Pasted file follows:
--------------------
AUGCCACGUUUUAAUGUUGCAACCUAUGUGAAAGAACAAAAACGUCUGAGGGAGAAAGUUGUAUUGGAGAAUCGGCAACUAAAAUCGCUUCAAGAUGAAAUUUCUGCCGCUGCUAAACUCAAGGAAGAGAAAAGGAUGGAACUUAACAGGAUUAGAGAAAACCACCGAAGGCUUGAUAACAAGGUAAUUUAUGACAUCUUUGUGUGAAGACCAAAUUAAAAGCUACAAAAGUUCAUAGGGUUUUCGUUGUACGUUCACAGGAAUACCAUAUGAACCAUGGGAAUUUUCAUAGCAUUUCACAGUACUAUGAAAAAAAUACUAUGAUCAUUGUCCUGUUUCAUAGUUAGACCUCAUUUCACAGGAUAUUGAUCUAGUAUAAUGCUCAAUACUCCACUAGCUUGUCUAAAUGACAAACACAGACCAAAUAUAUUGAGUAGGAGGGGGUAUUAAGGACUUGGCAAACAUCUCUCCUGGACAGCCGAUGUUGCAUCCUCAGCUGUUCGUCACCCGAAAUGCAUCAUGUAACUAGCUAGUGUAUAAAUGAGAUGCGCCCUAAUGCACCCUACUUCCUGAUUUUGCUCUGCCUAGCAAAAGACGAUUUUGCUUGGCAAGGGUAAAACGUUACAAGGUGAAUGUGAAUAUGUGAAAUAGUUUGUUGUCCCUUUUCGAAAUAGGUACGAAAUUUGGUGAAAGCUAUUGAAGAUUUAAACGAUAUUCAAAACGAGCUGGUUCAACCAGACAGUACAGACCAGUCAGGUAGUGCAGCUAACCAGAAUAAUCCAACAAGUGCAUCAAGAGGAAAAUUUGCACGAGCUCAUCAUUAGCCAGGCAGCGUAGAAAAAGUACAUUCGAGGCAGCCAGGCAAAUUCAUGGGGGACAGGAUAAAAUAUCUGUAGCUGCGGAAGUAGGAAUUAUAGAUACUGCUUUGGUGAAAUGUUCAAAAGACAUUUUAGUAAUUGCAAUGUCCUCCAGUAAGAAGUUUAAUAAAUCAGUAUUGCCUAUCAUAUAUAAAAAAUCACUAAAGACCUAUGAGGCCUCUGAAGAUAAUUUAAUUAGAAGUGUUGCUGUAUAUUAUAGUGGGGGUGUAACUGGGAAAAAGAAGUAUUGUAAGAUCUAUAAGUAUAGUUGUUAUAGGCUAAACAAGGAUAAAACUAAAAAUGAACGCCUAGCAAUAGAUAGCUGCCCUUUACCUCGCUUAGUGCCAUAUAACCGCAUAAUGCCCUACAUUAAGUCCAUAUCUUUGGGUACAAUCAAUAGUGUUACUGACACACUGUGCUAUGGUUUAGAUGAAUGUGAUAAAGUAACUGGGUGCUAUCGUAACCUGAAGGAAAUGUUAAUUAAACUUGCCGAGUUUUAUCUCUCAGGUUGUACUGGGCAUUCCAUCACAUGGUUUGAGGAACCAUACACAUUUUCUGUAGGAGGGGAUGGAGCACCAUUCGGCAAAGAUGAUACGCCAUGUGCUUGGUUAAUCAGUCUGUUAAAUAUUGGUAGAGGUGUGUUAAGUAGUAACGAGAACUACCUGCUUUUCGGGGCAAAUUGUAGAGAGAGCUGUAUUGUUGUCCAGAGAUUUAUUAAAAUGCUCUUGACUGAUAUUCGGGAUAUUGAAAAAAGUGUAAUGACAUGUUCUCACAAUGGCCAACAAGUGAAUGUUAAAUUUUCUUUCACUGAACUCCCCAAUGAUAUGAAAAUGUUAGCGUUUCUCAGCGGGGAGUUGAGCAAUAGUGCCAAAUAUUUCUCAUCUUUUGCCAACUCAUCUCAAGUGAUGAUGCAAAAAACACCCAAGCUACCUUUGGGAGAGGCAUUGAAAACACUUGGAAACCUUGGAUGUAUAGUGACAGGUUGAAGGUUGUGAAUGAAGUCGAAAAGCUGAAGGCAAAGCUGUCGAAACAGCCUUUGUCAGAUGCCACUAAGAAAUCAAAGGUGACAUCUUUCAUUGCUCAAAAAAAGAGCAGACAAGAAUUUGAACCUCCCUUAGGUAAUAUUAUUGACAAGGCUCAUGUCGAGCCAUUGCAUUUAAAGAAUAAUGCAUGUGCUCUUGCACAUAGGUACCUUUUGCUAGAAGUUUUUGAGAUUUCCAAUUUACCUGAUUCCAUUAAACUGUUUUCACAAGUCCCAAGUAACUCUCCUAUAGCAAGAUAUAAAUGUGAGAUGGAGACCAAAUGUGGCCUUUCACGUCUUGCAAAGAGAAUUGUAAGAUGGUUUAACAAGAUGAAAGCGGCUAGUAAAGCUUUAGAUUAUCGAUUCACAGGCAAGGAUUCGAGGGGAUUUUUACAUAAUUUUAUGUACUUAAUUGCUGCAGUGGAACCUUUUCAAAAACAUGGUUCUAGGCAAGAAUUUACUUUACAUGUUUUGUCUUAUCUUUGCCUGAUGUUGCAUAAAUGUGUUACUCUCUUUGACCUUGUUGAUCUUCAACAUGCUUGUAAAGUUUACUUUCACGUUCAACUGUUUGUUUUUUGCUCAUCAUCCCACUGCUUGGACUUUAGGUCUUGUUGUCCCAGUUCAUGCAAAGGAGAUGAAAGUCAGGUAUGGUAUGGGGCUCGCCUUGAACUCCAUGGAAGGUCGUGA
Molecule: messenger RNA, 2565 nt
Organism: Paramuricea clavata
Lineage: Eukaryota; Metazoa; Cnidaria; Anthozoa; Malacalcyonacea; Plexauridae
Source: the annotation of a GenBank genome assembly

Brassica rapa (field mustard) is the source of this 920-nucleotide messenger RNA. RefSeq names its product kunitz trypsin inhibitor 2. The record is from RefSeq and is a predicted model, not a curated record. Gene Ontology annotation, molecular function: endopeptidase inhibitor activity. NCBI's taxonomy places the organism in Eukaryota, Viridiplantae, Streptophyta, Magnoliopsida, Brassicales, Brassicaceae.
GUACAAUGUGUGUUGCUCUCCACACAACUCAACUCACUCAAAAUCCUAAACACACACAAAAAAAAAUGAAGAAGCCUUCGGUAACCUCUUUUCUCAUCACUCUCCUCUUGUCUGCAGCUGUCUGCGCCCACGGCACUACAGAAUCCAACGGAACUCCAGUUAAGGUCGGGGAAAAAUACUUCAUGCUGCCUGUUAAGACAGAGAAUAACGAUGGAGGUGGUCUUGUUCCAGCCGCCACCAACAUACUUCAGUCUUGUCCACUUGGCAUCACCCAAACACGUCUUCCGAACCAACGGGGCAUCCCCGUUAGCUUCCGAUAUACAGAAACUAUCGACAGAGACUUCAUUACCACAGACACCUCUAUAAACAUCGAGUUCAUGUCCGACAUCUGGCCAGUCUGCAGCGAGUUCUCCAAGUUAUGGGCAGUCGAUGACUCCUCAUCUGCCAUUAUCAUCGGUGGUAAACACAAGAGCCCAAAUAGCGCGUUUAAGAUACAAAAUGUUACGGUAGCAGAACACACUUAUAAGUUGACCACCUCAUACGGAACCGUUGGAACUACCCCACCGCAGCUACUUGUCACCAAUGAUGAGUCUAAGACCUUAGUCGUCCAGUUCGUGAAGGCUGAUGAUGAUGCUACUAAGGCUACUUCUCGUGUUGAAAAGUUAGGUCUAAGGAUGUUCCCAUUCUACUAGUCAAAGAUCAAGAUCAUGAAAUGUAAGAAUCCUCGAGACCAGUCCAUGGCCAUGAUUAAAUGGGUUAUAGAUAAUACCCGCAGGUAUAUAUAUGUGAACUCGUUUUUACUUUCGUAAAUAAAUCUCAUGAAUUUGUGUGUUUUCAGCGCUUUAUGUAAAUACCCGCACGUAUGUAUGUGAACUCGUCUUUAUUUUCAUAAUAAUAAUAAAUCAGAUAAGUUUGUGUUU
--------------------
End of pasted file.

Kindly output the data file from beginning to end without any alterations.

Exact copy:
AUGCCACGUUUUAAUGUUGCAACCUAUGUGAAAGAACAAAAACGUCUGAGGGAGAAAGUUGUAUUGGAGAAUCGGCAACUAAAAUCGCUUCAAGAUGAAAUUUCUGCCGCUGCUAAACUCAAGGAAGAGAAAAGGAUGGAACUUAACAGGAUUAGAGAAAACCACCGAAGGCUUGAUAACAAGGUAAUUUAUGACAUCUUUGUGUGAAGACCAAAUUAAAAGCUACAAAAGUUCAUAGGGUUUUCGUUGUACGUUCACAGGAAUACCAUAUGAACCAUGGGAAUUUUCAUAGCAUUUCACAGUACUAUGAAAAAAAUACUAUGAUCAUUGUCCUGUUUCAUAGUUAGACCUCAUUUCACAGGAUAUUGAUCUAGUAUAAUGCUCAAUACUCCACUAGCUUGUCUAAAUGACAAACACAGACCAAAUAUAUUGAGUAGGAGGGGGUAUUAAGGACUUGGCAAACAUCUCUCCUGGACAGCCGAUGUUGCAUCCUCAGCUGUUCGUCACCCGAAAUGCAUCAUGUAACUAGCUAGUGUAUAAAUGAGAUGCGCCCUAAUGCACCCUACUUCCUGAUUUUGCUCUGCCUAGCAAAAGACGAUUUUGCUUGGCAAGGGUAAAACGUUACAAGGUGAAUGUGAAUAUGUGAAAUAGUUUGUUGUCCCUUUUCGAAAUAGGUACGAAAUUUGGUGAAAGCUAUUGAAGAUUUAAACGAUAUUCAAAACGAGCUGGUUCAACCAGACAGUACAGACCAGUCAGGUAGUGCAGCUAACCAGAAUAAUCCAACAAGUGCAUCAAGAGGAAAAUUUGCACGAGCUCAUCAUUAGCCAGGCAGCGUAGAAAAAGUACAUUCGAGGCAGCCAGGCAAAUUCAUGGGGGACAGGAUAAAAUAUCUGUAGCUGCGGAAGUAGGAAUUAUAGAUACUGCUUUGGUGAAAUGUUCAAAAGACAUUUUAGUAAUUGCAAUGUCCUCCAGUAAGAAGUUUAAUAAAUCAGUAUUGCCUAUCAUAUAUAAAAAAUCACUAAAGACCUAUGAGGCCUCUGAAGAUAAUUUAAUUAGAAGUGUUGCUGUAUAUUAUAGUGGGGGUGUAACUGGGAAAAAGAAGUAUUGUAAGAUCUAUAAGUAUAGUUGUUAUAGGCUAAACAAGGAUAAAACUAAAAAUGAACGCCUAGCAAUAGAUAGCUGCCCUUUACCUCGCUUAGUGCCAUAUAACCGCAUAAUGCCCUACAUUAAGUCCAUAUCUUUGGGUACAAUCAAUAGUGUUACUGACACACUGUGCUAUGGUUUAGAUGAAUGUGAUAAAGUAACUGGGUGCUAUCGUAACCUGAAGGAAAUGUUAAUUAAACUUGCCGAGUUUUAUCUCUCAGGUUGUACUGGGCAUUCCAUCACAUGGUUUGAGGAACCAUACACAUUUUCUGUAGGAGGGGAUGGAGCACCAUUCGGCAAAGAUGAUACGCCAUGUGCUUGGUUAAUCAGUCUGUUAAAUAUUGGUAGAGGUGUGUUAAGUAGUAACGAGAACUACCUGCUUUUCGGGGCAAAUUGUAGAGAGAGCUGUAUUGUUGUCCAGAGAUUUAUUAAAAUGCUCUUGACUGAUAUUCGGGAUAUUGAAAAAAGUGUAAUGACAUGUUCUCACAAUGGCCAACAAGUGAAUGUUAAAUUUUCUUUCACUGAACUCCCCAAUGAUAUGAAAAUGUUAGCGUUUCUCAGCGGGGAGUUGAGCAAUAGUGCCAAAUAUUUCUCAUCUUUUGCCAACUCAUCUCAAGUGAUGAUGCAAAAAACACCCAAGCUACCUUUGGGAGAGGCAUUGAAAACACUUGGAAACCUUGGAUGUAUAGUGACAGGUUGAAGGUUGUGAAUGAAGUCGAAAAGCUGAAGGCAAAGCUGUCGAAACAGCCUUUGUCAGAUGCCACUAAGAAAUCAAAGGUGACAUCUUUCAUUGCUCAAAAAAAGAGCAGACAAGAAUUUGAACCUCCCUUAGGUAAUAUUAUUGACAAGGCUCAUGUCGAGCCAUUGCAUUUAAAGAAUAAUGCAUGUGCUCUUGCACAUAGGUACCUUUUGCUAGAAGUUUUUGAGAUUUCCAAUUUACCUGAUUCCAUUAAACUGUUUUCACAAGUCCCAAGUAACUCUCCUAUAGCAAGAUAUAAAUGUGAGAUGGAGACCAAAUGUGGCCUUUCACGUCUUGCAAAGAGAAUUGUAAGAUGGUUUAACAAGAUGAAAGCGGCUAGUAAAGCUUUAGAUUAUCGAUUCACAGGCAAGGAUUCGAGGGGAUUUUUACAUAAUUUUAUGUACUUAAUUGCUGCAGUGGAACCUUUUCAAAAACAUGGUUCUAGGCAAGAAUUUACUUUACAUGUUUUGUCUUAUCUUUGCCUGAUGUUGCAUAAAUGUGUUACUCUCUUUGACCUUGUUGAUCUUCAACAUGCUUGUAAAGUUUACUUUCACGUUCAACUGUUUGUUUUUUGCUCAUCAUCCCACUGCUUGGACUUUAGGUCUUGUUGUCCCAGUUCAUGCAAAGGAGAUGAAAGUCAGGUAUGGUAUGGGGCUCGCCUUGAACUCCAUGGAAGGUCGUGA
Molecule: messenger RNA, 2565 nt
Organism: Paramuricea clavata
Lineage: Eukaryota; Metazoa; Cnidaria; Anthozoa; Malacalcyonacea; Plexauridae
Source: the annotation of a GenBank genome assembly

Brassica rapa (field mustard) is the source of this 920-nucleotide messenger RNA. RefSeq names its product kunitz trypsin inhibitor 2. The record is from RefSeq and is a predicted model, not a curated record. Gene Ontology annotation, molecular function: endopeptidase inhibitor activity. NCBI's taxonomy places the organism in Eukaryota, Viridiplantae, Streptophyta, Magnoliopsida, Brassicales, Brassicaceae.
GUACAAUGUGUGUUGCUCUCCACACAACUCAACUCACUCAAAAUCCUAAACACACACAAAAAAAAAUGAAGAAGCCUUCGGUAACCUCUUUUCUCAUCACUCUCCUCUUGUCUGCAGCUGUCUGCGCCCACGGCACUACAGAAUCCAACGGAACUCCAGUUAAGGUCGGGGAAAAAUACUUCAUGCUGCCUGUUAAGACAGAGAAUAACGAUGGAGGUGGUCUUGUUCCAGCCGCCACCAACAUACUUCAGUCUUGUCCACUUGGCAUCACCCAAACACGUCUUCCGAACCAACGGGGCAUCCCCGUUAGCUUCCGAUAUACAGAAACUAUCGACAGAGACUUCAUUACCACAGACACCUCUAUAAACAUCGAGUUCAUGUCCGACAUCUGGCCAGUCUGCAGCGAGUUCUCCAAGUUAUGGGCAGUCGAUGACUCCUCAUCUGCCAUUAUCAUCGGUGGUAAACACAAGAGCCCAAAUAGCGCGUUUAAGAUACAAAAUGUUACGGUAGCAGAACACACUUAUAAGUUGACCACCUCAUACGGAACCGUUGGAACUACCCCACCGCAGCUACUUGUCACCAAUGAUGAGUCUAAGACCUUAGUCGUCCAGUUCGUGAAGGCUGAUGAUGAUGCUACUAAGGCUACUUCUCGUGUUGAAAAGUUAGGUCUAAGGAUGUUCCCAUUCUACUAGUCAAAGAUCAAGAUCAUGAAAUGUAAGAAUCCUCGAGACCAGUCCAUGGCCAUGAUUAAAUGGGUUAUAGAUAAUACCCGCAGGUAUAUAUAUGUGAACUCGUUUUUACUUUCGUAAAUAAAUCUCAUGAAUUUGUGUGUUUUCAGCGCUUUAUGUAAAUACCCGCACGUAUGUAUGUGAACUCGUCUUUAUUUUCAUAAUAAUAAUAAAUCAGAUAAGUUUGUGUUU